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Transparent accounting, auditing systems vital for corporate governance: ICAB President

A positive approach towards ensuring transparency in accounting, auditing and reporting systems, and amending the Companies Act are crucial factors to improve corporate governance, chief of Bangladesh's accounting and auditing professionals’ institution observed.

“The existing Companies Act is outdated and is neither progressive nor user-friendly. It is necessary to make things more relevant to match with today's needs,” Akhtar Sohel Kasem, president of the Institute of Chartered Accountants of Bangladesh (ICAB), said in an interview with The Daily Star.

Bangladesh's corporate practices went backwards instead of moving forward to meet the needs of time as the disclosure requirements under the Companies Act 1994 were based on the Companies Act 1956 of India, where corporate culture was very conservative at that time, Kasem said.

The ICAB president underscored the need for an independent monitoring body with broad based participation that would play an important oversight role in ensuring enforcement of rules and regulations of corporate affairs, accounting and auditing standards and practices in particular.

“We have to have a mixture of necessary laws, their proper enforcement and above all a will power to move forward,” said Kasem, a professional chartered accountant who took over as the chief of ICAB in January 2004 for a one-year term.

He said the Registrar of Joint Stock Companies is supposed to perform a regulatory function for the limited companies but it is not doing so. “It is necessary to make the body well-equipped and more accountable.”

Kasem said a company should comply with all relevant rules and regulations regarding submission of audit reports, annual returns and change of directors. If a company does not comply, the Registrar of Joint Stock Companies can fine it, he said.

“Some people, who are at the helm of affairs of the companies, lack commitment to improve disclosure and transparency within the corporate houses. Besides, those who are in the regulatory agencies also lack professionalism and will,” the ICAB chief observed.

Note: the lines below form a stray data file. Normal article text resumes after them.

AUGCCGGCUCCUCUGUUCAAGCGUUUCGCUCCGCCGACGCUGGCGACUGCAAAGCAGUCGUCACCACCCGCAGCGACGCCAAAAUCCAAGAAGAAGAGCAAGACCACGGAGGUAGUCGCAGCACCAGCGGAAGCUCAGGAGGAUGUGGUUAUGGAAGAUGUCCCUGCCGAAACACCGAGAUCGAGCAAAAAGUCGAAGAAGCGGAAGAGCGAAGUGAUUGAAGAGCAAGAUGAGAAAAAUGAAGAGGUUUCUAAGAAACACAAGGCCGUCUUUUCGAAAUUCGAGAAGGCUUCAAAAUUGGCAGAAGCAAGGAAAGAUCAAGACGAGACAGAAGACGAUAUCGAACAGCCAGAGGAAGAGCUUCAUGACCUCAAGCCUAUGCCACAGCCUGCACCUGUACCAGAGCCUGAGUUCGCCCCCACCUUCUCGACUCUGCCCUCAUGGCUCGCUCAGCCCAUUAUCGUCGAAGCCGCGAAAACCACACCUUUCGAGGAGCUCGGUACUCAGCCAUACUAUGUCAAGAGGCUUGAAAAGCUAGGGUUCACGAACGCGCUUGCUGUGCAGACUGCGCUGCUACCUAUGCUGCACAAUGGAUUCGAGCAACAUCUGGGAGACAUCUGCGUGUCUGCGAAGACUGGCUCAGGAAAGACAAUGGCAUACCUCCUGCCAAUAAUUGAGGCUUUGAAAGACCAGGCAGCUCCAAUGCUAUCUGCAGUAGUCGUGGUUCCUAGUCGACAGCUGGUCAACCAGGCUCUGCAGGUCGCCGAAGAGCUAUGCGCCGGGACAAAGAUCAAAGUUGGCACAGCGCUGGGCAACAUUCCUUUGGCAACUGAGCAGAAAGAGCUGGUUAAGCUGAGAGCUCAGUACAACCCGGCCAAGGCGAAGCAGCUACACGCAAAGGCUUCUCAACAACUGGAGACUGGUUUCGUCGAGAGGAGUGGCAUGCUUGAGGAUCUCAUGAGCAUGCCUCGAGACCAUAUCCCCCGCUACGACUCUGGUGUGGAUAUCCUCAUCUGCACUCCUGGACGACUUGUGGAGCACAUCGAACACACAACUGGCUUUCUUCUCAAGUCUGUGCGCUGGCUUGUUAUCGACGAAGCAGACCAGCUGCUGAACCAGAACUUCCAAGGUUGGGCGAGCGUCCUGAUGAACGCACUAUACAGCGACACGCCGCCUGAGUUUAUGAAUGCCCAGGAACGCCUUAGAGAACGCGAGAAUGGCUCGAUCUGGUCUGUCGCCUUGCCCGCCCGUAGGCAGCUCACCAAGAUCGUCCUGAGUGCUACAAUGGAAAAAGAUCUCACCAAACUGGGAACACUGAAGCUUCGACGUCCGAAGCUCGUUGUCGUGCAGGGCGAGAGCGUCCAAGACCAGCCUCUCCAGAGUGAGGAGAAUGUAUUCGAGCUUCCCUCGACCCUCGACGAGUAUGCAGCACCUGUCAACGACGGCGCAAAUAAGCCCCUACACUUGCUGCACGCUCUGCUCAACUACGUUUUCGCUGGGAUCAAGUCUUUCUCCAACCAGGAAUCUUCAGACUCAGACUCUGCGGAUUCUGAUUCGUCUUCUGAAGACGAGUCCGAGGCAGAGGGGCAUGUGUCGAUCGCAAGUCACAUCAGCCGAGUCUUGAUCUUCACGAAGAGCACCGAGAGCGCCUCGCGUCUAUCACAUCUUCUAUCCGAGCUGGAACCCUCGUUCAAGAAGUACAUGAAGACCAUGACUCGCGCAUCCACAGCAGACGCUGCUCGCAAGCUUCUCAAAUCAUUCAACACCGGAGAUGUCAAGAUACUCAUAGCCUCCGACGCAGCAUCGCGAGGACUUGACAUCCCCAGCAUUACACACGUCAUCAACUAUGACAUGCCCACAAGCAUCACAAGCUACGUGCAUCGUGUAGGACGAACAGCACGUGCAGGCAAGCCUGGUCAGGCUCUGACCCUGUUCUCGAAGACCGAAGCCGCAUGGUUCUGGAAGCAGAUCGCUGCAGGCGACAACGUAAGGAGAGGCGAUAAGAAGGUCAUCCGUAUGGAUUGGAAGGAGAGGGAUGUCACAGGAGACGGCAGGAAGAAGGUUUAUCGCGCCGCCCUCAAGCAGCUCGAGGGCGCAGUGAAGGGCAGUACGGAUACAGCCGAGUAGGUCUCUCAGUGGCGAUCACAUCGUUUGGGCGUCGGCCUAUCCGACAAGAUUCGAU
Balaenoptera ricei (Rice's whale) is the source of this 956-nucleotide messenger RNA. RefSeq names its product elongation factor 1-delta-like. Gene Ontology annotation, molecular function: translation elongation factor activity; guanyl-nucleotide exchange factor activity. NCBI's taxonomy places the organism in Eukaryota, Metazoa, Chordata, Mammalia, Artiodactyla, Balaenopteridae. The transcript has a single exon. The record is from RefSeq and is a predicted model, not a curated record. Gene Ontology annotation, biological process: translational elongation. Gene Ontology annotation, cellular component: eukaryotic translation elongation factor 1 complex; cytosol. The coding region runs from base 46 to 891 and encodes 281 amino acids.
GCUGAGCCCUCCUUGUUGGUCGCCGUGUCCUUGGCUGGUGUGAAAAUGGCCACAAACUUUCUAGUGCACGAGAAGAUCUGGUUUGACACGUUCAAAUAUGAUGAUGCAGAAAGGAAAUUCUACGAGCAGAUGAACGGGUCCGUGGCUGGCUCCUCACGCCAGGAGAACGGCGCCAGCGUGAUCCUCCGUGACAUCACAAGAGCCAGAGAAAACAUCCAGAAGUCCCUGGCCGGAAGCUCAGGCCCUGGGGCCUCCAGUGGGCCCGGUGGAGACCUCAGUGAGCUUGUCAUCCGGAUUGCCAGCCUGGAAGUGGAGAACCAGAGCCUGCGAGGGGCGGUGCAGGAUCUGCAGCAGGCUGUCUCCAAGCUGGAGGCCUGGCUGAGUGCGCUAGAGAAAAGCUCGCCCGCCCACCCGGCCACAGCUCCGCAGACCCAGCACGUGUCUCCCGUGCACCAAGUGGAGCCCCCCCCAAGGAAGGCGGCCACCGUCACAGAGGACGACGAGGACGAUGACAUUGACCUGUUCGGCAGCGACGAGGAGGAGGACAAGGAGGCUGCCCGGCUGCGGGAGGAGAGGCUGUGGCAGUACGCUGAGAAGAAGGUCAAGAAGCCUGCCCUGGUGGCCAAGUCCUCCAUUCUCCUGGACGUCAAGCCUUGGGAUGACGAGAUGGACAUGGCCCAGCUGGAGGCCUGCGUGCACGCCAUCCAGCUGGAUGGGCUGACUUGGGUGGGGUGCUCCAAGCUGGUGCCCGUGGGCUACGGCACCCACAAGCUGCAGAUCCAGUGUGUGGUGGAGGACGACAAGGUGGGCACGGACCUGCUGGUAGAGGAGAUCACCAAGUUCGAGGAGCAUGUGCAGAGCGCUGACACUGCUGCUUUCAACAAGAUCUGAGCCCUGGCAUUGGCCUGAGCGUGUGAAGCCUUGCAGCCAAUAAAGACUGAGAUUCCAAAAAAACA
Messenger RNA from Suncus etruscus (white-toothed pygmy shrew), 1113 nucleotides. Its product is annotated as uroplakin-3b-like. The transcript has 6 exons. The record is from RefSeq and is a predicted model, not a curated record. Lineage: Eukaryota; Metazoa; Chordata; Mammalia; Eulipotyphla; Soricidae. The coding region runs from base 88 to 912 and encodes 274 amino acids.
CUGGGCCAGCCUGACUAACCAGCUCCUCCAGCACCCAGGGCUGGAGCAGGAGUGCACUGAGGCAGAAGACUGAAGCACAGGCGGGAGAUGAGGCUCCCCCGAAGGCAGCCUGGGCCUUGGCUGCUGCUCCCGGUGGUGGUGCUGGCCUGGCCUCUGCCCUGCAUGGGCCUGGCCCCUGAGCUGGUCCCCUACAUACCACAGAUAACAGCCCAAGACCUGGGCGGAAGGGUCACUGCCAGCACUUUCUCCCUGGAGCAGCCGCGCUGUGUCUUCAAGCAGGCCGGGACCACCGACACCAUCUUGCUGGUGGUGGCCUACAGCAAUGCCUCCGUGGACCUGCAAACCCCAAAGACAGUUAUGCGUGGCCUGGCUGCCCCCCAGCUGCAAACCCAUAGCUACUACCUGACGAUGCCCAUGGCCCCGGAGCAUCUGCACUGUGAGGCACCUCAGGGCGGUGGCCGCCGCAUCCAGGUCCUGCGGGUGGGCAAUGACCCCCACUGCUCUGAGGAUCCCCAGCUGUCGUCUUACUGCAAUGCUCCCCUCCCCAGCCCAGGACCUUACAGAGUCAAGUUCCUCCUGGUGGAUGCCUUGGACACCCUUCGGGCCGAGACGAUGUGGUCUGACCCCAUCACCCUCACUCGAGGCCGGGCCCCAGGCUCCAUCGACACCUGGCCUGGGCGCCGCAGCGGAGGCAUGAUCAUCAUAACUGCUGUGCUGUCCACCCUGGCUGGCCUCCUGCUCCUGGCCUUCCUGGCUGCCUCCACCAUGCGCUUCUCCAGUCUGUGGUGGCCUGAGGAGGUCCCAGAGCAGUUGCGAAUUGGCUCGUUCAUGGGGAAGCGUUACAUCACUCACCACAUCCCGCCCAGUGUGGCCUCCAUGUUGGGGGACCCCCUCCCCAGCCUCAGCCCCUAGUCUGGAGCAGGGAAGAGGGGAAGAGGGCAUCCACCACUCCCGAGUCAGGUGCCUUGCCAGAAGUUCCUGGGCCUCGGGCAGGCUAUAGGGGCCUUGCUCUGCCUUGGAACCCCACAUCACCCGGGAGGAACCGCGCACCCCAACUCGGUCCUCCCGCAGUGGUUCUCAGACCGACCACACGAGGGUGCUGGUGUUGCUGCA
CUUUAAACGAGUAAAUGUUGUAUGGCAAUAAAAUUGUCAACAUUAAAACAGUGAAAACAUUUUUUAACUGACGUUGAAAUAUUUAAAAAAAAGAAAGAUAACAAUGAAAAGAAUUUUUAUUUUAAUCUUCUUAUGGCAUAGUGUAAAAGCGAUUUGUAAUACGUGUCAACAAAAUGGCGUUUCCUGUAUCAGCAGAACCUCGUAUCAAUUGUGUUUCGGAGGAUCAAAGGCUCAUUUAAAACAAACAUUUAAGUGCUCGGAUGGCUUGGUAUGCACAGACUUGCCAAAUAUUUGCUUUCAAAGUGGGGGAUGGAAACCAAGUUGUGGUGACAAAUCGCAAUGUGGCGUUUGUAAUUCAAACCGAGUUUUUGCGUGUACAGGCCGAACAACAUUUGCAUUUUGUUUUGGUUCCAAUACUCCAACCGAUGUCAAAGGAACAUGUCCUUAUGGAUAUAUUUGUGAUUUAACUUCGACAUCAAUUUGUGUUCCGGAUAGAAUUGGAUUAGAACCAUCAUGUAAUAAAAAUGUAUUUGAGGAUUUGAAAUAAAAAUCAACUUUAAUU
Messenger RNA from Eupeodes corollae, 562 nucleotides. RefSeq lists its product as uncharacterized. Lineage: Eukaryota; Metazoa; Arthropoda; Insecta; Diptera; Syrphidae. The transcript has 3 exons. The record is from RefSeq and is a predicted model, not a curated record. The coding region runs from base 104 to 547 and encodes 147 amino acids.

He said excepting a few, corporate houses in the country are essentially corporatised family partnerships. “They often do not consider that a business should be a separate entity and they are only the shareholders.”

“Excepting filing tax returns they don't often seem to fulfill their other corporate responsibilities.”

Kasem said the ICAB members have some limitations in performing their duties. Because existing rules and regulations are not enough to bring transparency in the accounting and auditing systems. “In many cases these are outdated and not relevant to today's needs.”

Chartered Accountants are probably the “best professional community” to assist in improvement of corporate governance, but in that case the chartered accountants must have representation in the decision making process, he said.

“Most of our neighbouring countries have already introduced a Code of Corporate Governance for listed companies, banks and corporate entities, but we are still lagging behind in this respect.”

About disclosure requirements for companies, he said the disclosure requirements currently under the Companies Act contain many unnecessary and irrelevant points.

For example, he said, it should not be in the list of disclosures what raw materials and in what proportion have been used in producing a certain product. “Will a company disclose it if it is a trade secret? We are required to disclose things that are totally irrelevant.”

“On the other hand, there are many important items in the Bangladesh or International Accounting Standards which should be disclosed but there is no legal requirement to do so,” the ICAB president said.

Terming chartered accountancy profession a potential one he said, “There is tremendous scope for our CAs both at home and abroad, but our numbers are still very low. The Institute is working very hard to attract the right students and is offering a modern education course and professional examinations which are at par with regional and in some cases international standards.”

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